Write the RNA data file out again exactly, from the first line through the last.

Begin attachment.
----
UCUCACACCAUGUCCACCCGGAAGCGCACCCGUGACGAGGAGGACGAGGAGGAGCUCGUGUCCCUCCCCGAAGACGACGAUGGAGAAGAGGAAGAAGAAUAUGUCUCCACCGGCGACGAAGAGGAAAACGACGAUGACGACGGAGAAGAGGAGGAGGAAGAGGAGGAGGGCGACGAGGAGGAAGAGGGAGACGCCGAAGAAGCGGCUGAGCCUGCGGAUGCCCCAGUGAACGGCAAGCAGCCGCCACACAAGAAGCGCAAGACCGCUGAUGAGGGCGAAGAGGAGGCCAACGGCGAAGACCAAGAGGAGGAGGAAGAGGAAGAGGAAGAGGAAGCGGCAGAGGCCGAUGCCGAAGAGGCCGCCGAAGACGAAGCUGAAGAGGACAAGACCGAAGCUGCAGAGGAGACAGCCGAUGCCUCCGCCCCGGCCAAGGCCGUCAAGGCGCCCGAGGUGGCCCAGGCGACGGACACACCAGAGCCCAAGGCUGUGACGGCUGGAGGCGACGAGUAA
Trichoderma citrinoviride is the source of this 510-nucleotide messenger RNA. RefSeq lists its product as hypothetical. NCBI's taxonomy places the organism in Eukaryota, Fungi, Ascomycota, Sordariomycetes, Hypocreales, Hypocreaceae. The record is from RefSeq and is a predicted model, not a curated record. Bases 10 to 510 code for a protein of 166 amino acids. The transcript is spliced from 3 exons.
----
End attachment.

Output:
UCUCACACCAUGUCCACCCGGAAGCGCACCCGUGACGAGGAGGACGAGGAGGAGCUCGUGUCCCUCCCCGAAGACGACGAUGGAGAAGAGGAAGAAGAAUAUGUCUCCACCGGCGACGAAGAGGAAAACGACGAUGACGACGGAGAAGAGGAGGAGGAAGAGGAGGAGGGCGACGAGGAGGAAGAGGGAGACGCCGAAGAAGCGGCUGAGCCUGCGGAUGCCCCAGUGAACGGCAAGCAGCCGCCACACAAGAAGCGCAAGACCGCUGAUGAGGGCGAAGAGGAGGCCAACGGCGAAGACCAAGAGGAGGAGGAAGAGGAAGAGGAAGAGGAAGCGGCAGAGGCCGAUGCCGAAGAGGCCGCCGAAGACGAAGCUGAAGAGGACAAGACCGAAGCUGCAGAGGAGACAGCCGAUGCCUCCGCCCCGGCCAAGGCCGUCAAGGCGCCCGAGGUGGCCCAGGCGACGGACACACCAGAGCCCAAGGCUGUGACGGCUGGAGGCGACGAGUAA
Trichoderma citrinoviride is the source of this 510-nucleotide messenger RNA. RefSeq lists its product as hypothetical. NCBI's taxonomy places the organism in Eukaryota, Fungi, Ascomycota, Sordariomycetes, Hypocreales, Hypocreaceae. The record is from RefSeq and is a predicted model, not a curated record. Bases 10 to 510 code for a protein of 166 amino acids. The transcript is spliced from 3 exons.